And now, Complaints! There are several problems with this muff. The most obvious one is the colour variation. This muff has very clearly been cobbled together out of lots of odd bits of fur and it takes away from the effect of the stripes.
Frankenstein's muff.
Another problem is that only most of the hairs point in the same direction, some of them are at a slight angle, but some pieces are going entirely the wrong way. Because the hat brim fur was pointing in the same direction all the way around the hat, and because of the shape of the muff ends, only one of them has fur that is facing the right way. I guess that's what you get for trying to make rectangular muff covers out of dome shaped pieces of fur. I'll have to keep an eye out for bigger, flatter fur things at thrift stores.
But the biggest problem is the shape. This was supposed to be a 1780s muff, and 1780s muffs are supposed to be square. like this one.

Gallerie des modes, 1781. (source)
  Mine is really, really rectangular. I think I cut the stripes too wide. On the other hand, if I had made the stripes narrower and the muff more square, it probably wouldn't fit both hands as nicely as it does. I used up almost all the fur, so there wasn't any way to make it bigger.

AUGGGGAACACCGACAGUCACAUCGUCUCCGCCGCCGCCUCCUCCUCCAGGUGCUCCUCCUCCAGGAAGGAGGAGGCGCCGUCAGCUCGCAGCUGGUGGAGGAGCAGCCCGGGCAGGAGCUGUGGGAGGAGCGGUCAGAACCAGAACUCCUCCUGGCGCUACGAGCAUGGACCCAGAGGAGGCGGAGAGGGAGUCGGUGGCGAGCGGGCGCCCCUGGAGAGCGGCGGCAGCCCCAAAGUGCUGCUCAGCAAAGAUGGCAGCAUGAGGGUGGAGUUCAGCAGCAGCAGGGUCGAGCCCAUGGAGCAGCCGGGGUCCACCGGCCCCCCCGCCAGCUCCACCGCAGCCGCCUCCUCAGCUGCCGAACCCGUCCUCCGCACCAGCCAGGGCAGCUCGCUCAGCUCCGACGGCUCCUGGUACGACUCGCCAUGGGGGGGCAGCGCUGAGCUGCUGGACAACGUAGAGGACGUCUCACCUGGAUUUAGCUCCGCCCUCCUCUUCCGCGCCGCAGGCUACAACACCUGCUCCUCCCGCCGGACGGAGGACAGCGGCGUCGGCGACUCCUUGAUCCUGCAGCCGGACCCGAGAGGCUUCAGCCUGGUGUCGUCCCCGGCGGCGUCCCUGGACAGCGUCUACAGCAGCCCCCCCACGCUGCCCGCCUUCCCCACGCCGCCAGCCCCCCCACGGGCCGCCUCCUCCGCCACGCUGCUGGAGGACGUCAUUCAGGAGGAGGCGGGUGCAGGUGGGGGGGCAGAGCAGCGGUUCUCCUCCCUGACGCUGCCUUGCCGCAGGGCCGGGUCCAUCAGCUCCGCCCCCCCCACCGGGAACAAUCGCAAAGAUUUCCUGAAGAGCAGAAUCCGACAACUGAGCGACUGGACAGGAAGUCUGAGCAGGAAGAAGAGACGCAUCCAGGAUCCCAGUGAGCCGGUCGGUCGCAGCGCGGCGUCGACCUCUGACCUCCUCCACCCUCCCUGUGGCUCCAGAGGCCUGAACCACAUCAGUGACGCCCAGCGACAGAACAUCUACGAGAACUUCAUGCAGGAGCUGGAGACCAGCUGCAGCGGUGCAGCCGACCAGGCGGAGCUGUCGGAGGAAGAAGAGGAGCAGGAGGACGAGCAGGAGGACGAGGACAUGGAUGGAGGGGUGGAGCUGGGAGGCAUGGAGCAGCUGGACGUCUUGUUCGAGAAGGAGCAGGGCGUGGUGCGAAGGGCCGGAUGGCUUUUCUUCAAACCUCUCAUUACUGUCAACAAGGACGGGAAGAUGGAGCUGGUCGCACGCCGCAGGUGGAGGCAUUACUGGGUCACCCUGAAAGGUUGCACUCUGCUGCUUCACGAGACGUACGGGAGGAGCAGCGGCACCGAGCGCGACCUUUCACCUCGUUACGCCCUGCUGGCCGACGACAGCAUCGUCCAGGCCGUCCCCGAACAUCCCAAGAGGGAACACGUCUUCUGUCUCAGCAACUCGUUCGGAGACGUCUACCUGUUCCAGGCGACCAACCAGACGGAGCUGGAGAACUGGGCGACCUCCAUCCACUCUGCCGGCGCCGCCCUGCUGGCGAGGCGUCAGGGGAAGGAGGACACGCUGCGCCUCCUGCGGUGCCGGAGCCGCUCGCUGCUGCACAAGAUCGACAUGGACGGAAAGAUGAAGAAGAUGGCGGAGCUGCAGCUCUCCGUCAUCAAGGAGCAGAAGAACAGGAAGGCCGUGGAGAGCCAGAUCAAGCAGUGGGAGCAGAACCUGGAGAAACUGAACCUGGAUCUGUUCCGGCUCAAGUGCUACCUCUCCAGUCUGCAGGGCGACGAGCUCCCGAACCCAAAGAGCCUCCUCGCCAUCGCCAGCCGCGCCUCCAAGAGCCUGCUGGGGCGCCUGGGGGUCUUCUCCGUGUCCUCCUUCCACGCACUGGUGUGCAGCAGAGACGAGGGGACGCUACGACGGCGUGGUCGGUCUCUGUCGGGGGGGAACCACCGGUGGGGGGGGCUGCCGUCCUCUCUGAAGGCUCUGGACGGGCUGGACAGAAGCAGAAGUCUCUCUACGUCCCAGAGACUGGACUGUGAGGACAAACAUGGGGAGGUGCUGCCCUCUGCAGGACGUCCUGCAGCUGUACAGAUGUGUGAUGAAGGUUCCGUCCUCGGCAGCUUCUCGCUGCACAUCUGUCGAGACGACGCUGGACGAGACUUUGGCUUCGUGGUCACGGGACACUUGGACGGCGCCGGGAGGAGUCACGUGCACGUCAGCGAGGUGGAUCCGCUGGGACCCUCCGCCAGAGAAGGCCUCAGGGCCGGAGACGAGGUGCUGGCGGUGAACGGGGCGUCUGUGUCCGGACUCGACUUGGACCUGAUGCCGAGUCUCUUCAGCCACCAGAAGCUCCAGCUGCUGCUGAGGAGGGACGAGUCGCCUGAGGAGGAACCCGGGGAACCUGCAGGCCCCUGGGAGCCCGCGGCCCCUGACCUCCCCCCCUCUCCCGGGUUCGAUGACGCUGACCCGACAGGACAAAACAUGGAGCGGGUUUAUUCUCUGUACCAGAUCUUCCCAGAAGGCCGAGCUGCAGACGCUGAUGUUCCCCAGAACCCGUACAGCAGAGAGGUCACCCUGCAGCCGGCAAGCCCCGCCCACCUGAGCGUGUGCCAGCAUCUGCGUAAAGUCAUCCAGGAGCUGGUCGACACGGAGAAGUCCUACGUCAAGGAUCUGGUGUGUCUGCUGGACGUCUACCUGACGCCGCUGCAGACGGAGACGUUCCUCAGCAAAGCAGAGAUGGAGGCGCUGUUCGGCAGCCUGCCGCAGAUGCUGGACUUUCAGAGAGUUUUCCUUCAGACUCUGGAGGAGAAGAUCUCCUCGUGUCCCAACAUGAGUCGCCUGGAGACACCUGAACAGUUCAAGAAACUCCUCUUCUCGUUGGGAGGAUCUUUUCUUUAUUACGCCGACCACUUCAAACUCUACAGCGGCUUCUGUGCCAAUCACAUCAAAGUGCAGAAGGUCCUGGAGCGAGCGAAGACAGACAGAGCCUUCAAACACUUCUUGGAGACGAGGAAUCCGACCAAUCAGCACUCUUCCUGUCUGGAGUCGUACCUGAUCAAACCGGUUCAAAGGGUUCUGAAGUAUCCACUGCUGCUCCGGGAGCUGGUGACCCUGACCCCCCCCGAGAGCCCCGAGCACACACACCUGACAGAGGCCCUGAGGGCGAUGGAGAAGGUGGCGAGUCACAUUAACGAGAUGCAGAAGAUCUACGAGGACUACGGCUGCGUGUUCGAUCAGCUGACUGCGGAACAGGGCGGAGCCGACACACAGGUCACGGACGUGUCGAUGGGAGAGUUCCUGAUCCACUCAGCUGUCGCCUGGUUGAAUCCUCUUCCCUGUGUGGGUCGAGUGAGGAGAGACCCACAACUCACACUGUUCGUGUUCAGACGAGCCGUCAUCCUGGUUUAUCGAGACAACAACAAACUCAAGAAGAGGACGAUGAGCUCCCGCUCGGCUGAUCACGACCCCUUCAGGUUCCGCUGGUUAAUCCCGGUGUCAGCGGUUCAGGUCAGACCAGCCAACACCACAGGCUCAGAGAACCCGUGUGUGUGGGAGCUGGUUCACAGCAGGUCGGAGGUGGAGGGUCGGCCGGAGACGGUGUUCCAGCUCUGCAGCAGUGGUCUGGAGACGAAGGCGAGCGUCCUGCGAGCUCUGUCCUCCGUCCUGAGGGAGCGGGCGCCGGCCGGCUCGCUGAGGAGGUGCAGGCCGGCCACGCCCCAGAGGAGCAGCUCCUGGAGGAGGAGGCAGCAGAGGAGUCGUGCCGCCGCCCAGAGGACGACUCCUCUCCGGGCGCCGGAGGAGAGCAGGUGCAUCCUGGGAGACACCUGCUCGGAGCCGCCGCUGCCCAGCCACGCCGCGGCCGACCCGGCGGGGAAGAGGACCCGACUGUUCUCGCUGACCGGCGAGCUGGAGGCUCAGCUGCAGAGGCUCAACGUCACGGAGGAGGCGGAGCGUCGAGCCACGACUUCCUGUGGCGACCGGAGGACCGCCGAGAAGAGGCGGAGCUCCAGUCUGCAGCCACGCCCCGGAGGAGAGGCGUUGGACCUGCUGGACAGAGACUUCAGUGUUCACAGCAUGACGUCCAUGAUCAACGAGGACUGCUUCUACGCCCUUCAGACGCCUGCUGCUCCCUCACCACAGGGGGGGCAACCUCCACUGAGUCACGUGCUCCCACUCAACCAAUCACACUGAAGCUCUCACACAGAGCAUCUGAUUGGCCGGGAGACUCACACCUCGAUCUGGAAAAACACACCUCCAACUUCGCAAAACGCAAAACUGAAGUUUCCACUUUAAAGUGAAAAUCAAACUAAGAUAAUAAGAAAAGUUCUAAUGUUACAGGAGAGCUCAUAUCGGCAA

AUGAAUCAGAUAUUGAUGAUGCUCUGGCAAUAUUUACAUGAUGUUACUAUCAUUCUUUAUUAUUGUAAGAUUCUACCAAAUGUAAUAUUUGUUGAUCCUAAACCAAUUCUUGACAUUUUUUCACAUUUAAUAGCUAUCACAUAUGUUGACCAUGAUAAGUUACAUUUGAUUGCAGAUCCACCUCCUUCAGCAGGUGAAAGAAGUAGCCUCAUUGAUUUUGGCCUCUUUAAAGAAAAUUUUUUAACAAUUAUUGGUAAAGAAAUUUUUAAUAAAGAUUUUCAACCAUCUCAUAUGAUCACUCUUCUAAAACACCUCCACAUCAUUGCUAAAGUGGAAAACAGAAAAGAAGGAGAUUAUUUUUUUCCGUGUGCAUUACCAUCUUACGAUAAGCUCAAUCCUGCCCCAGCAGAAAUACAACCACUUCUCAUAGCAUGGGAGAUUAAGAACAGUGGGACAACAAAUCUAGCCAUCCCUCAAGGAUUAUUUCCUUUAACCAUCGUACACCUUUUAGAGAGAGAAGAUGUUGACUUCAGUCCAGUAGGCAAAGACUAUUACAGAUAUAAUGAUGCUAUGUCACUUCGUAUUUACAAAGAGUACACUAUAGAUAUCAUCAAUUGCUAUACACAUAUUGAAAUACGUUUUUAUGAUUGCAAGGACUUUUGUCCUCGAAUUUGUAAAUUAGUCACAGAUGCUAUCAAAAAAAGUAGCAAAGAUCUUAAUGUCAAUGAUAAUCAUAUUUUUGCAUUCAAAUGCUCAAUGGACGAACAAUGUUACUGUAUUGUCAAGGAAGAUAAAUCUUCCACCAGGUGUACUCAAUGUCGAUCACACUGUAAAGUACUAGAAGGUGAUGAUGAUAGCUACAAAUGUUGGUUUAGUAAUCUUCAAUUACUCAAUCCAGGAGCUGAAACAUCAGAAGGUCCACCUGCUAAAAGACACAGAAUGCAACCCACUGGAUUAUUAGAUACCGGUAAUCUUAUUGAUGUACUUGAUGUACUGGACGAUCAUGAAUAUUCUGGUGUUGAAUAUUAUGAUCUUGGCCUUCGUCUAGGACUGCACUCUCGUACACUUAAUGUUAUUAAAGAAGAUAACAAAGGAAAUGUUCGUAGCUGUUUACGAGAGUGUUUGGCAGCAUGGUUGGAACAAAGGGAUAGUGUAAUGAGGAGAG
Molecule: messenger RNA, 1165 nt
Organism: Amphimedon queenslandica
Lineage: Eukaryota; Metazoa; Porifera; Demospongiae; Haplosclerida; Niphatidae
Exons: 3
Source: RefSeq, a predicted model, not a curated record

All the scraps that were left over. Maybe I can make pom poms out of them.
It's rectangularness isn't so bad. It'll work great for the 19th century, and for some of the decades that come before the 1780s. I did manage to find one 1780s fashion plate with a muff that didn't look square.
French fashion plate from 1787. (source)
 The muff on the right doesn't look square to me, although I'm not entirely certain, since it's on an angle. Not everyone would have had up to date muffs all the time anyways, I'm sure plenty of people were walking around with 1770s shaped muffs in the 1780s. I don't know if they had stripes though. The earliest image of a vertically striped fur muff I can find is from 1784.


The challenge: #6, Stripes.

Fabric: A rectangle of black flannel 19" by 28", from Mama's stash.

Pattern: Guesswork and a quilting square.

Year: 1780s, or very early 90s, at least that's what I was going for.

Notions: An unknown amount of scratchy grey wool, from the stash. Two old fur hats, their origins are listed earlier in this post. One small scrap of fusible interfacing, also from the stash.

How historically accurate is it? Well, the fur and wool are real, the overall construction is probably decent, and it's mostly hand sewn. Other than that I don't think it's very accurate. See Complaints, above.

Hours to complete: Approximately 20

First worn: March 25th/13. Can you use the term "wear" with muffs, or do you say "carry"?

Total cost: $0


  1. I think you need better fur to begin with. Should keep on the look out for some old fur coats at Value Village, or perhaps we could advertise on kijiji for them. Fur is not that popular around here now, so people may be more willing to get rid of their fur coats. If they wear them around now then they run the risk of being spray painted by animal welfare activists.